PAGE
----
In mourning, in rage: The Pulse Orlando Nightclub Massacre.

The following is an attempt on behalf of the Club Fonograma family to send our deepest condolences to the communities impacted by the "worst mass shooting in US history." We also wish to be historically accurate: the Pulse Orlando Nightclub Massacre isn't the worst mass murder that American $ociety has produced. The largest massacre in U$ history happened at Wounded Knee in South Dakota in 1890. 500 indigenous people were exterminated by colonial white supremacy on December 29th at the Lakota Pine Ridge Reservation. Club Fonograma strives for intersectionality. Our writers span continents, our roots run from Africa to Mexico. As music anthropologists, our unique approach and perspective and praxis may differ, but we stand united on the cultural battle against hate and brutality. We stand united with our Muslim and Arabic friends. We stand united with our gay, queer, trans, lesbian communities and everybody outside colonial gender binaries. We stand united with our Black & Brown communities worldwide and therefore reject any attempt on behalf of white supremacist state power configurations that will turn this tragedy into yet another tactic of fear led social control. In other words, we reject authoritarianism in all its forms. We reject our communities being murdered and disappeared by agents of hate and control, whether they be lone wolves or governmental bodies and their acolytes. We propose healing, autonomous & community based solutions to the problems that impact the lives of each and everyone of us in unique and nuanced ways. We remember the words of Alex Anwandter on "Manifesto":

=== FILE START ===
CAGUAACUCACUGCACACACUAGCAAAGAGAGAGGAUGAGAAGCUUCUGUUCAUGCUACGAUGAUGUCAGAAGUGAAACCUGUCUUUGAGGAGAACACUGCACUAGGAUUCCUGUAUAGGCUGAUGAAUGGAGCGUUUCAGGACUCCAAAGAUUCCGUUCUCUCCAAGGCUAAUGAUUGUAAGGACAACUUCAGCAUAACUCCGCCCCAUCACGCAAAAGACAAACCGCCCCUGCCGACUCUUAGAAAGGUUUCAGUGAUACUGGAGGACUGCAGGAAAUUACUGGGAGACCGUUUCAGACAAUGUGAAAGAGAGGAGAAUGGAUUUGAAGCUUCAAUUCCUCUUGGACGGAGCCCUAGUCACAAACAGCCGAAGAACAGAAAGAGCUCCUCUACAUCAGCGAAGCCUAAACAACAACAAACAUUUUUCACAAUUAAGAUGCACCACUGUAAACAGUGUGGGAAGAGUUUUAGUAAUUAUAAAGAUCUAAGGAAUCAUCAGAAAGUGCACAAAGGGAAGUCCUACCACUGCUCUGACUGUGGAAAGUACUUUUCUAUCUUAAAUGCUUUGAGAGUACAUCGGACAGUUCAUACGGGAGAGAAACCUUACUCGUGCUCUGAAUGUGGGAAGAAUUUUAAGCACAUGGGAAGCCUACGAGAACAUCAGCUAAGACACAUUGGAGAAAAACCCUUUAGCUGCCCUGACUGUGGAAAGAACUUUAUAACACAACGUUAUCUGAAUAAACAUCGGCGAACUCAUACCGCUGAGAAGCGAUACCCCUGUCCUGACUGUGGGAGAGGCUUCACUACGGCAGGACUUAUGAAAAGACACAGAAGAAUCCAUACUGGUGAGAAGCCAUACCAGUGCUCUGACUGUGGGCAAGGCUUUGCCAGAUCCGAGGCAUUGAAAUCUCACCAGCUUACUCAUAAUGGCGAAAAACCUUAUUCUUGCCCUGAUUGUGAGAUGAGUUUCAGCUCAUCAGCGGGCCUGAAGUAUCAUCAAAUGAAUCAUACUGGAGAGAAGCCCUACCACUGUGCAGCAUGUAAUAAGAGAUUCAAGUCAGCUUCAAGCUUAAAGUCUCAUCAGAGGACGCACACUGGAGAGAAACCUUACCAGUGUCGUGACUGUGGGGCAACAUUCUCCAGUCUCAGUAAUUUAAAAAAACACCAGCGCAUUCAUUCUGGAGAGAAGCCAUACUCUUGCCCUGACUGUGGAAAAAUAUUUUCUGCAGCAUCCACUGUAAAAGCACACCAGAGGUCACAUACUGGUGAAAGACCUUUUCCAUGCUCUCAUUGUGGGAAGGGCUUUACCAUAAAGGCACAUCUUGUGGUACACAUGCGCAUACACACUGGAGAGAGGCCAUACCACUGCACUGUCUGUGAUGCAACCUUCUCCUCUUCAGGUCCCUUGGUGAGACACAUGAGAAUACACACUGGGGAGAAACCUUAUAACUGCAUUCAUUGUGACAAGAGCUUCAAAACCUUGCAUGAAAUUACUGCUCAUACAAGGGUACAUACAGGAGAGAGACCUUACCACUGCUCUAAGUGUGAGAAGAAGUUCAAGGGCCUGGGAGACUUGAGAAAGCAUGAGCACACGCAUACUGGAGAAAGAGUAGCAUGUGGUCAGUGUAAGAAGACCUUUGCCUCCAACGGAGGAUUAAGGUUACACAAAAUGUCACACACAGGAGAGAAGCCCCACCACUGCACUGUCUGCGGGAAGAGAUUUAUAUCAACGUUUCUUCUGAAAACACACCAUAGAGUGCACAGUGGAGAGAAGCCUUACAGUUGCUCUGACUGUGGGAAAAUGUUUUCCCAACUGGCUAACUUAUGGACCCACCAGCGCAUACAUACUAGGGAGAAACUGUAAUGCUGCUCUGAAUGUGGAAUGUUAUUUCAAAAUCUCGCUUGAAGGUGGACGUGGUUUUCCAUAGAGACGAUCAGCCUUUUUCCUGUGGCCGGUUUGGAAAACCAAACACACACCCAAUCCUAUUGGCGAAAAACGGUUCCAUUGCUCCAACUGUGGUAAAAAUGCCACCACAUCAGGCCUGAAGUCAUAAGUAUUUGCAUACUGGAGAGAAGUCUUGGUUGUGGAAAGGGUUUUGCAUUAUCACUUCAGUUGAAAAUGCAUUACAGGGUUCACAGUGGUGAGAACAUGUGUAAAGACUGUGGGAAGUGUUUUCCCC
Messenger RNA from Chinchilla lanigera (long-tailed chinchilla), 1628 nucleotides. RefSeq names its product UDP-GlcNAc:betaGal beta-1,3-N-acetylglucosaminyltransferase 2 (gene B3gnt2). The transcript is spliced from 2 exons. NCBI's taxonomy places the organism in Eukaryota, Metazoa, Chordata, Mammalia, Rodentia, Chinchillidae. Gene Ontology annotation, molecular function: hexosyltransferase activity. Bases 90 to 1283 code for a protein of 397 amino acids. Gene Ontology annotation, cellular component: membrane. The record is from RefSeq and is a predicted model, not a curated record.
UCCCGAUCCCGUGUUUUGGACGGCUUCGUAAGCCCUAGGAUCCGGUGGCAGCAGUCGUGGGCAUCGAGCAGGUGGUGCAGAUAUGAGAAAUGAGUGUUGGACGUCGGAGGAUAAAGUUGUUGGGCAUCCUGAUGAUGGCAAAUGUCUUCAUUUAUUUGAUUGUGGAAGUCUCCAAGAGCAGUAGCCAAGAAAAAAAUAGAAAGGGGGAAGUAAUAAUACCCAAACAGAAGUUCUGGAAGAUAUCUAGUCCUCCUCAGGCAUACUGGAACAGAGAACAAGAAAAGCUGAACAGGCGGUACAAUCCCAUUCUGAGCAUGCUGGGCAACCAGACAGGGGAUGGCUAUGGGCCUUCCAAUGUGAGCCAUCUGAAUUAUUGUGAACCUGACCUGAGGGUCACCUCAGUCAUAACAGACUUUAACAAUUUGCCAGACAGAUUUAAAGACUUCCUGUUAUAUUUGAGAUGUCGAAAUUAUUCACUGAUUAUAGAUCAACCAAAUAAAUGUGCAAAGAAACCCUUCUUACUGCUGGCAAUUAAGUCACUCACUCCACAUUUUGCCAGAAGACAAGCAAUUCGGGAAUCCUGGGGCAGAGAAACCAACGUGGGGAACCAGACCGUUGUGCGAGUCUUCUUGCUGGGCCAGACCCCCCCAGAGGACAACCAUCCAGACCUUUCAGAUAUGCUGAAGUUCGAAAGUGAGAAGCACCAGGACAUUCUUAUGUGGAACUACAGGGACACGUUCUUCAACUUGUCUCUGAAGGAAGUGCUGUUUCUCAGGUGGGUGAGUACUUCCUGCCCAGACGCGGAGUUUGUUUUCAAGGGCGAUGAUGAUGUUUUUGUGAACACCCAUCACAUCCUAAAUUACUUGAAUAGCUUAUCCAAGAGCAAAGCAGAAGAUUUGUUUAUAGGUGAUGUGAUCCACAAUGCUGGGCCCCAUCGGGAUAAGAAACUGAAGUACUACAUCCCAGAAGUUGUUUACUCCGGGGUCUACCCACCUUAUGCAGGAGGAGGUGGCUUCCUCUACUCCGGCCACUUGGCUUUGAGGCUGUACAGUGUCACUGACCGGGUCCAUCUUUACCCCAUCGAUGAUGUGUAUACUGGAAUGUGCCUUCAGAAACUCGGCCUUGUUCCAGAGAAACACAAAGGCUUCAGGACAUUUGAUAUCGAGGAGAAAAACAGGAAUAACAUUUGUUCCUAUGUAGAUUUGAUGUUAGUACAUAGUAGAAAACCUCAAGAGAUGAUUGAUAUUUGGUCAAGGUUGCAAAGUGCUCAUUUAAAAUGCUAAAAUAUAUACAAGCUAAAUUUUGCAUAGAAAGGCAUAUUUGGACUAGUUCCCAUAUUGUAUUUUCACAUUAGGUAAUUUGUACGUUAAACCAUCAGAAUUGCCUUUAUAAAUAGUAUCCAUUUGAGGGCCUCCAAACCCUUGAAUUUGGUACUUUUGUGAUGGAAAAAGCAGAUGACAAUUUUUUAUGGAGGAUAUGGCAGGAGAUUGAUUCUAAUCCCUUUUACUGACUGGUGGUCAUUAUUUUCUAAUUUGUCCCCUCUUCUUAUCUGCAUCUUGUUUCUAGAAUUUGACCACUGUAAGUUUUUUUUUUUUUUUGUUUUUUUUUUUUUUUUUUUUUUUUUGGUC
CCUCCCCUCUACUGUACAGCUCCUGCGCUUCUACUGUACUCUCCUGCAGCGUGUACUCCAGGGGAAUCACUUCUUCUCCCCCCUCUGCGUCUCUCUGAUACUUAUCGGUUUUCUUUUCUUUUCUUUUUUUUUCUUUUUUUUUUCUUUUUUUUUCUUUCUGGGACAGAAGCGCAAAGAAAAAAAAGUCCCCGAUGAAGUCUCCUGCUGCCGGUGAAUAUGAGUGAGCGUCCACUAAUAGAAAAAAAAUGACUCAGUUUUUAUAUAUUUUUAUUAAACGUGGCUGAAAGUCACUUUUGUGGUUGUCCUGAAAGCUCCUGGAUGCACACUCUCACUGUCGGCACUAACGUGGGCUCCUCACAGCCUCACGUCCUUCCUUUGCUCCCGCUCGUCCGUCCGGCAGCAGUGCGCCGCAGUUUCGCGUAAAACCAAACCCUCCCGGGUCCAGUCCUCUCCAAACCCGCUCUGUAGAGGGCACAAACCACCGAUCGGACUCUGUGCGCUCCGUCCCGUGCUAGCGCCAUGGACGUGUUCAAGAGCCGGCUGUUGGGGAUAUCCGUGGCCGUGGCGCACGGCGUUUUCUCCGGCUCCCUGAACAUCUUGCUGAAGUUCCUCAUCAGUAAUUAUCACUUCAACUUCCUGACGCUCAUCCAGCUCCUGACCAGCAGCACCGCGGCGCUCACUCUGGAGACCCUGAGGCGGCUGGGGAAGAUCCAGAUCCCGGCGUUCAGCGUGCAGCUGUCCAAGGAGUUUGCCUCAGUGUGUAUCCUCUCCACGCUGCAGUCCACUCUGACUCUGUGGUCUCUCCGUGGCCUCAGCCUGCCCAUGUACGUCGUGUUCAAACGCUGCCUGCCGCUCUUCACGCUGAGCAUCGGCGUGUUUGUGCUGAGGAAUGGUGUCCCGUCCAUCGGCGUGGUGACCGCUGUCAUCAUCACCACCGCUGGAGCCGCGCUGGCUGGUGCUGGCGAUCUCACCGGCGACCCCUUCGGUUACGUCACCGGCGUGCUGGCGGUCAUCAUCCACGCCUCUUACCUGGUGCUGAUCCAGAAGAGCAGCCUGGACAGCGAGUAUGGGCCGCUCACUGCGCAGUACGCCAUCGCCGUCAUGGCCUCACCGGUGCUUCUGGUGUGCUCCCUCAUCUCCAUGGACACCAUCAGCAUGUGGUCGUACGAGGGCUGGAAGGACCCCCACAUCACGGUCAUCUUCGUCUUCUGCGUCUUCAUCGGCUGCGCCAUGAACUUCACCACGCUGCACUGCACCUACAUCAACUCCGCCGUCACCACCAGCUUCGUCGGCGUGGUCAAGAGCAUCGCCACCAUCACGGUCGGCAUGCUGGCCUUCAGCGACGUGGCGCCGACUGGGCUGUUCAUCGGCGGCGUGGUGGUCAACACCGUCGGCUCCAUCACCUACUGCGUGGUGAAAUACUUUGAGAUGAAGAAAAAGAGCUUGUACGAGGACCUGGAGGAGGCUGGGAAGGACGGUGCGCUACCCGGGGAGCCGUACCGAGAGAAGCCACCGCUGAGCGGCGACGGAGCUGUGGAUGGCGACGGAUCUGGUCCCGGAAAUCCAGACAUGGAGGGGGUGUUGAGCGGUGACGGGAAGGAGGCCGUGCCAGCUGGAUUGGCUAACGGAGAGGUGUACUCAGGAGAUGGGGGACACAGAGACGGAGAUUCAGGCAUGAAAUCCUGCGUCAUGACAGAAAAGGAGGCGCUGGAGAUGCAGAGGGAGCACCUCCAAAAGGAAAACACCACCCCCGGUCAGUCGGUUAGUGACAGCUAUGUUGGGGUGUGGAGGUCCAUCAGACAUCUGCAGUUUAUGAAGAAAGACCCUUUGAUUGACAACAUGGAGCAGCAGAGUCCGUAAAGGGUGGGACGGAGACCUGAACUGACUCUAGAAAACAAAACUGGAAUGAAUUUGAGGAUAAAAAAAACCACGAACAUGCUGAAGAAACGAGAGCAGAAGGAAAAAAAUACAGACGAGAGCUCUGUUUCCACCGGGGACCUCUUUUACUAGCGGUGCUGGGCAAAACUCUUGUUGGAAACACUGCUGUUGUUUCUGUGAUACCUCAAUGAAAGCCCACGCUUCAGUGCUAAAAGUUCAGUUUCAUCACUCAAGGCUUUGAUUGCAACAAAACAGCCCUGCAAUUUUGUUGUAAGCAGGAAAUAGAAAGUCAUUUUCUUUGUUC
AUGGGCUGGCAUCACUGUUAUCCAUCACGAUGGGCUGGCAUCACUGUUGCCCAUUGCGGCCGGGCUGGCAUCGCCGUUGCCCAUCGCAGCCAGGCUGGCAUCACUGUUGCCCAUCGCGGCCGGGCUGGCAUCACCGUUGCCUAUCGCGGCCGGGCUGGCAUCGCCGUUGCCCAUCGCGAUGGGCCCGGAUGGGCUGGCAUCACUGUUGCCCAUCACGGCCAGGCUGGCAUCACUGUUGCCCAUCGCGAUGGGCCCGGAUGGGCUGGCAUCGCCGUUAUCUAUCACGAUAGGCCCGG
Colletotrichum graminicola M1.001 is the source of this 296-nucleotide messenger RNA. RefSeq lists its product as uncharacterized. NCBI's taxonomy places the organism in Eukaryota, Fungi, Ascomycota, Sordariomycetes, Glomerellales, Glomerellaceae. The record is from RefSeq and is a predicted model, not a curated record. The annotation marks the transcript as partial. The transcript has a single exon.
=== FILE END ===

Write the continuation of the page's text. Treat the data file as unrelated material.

"Yo quiero ser un manifesto hecho cuerpo, si, un cuerpo, que va a disparar. Y entiendo toda tu violencia, que, niño mío, no es ciencia, que lo justo no es normal. Defiéndete no más." 
In English: "I want to be a manifesto made flesh, yes, a body, that is going to shoot. And I understand all of your violence, that, dear boy, isn't science. Justice is not normal. Simply, defend yourself."

We will never forget our queer & trans communities and everyone outside repressive colonial gender binaries who struggle everyday to simply exist and resist inside a $ystem that wishes the annihilation of dangerous and unforeseen ways of living and loving. We will continue dancing our reggaetón, our cumbia, and our salsa.

UPDATE: We have just been informed that a similar attack took place in Veracruz, Mexico back in May. 7 people were murdered at the gay nightclub La Madame in the town of Xalapa. 

Video: Piyama Party - "Paz Mundial"

Piyama Party’s glorious shoegaze waltz “Paz Mundial” opened Álbum De Oro with the kind of serenity and wisdom reserved for album closers. Luis Angel Martínez took us along as he scaled that familiar “wall of sound” where a new perspective was waiting to deliver bliss. It was a bold move, but months after sifting out less essential 2015 records, one can appreciate a whole lot better.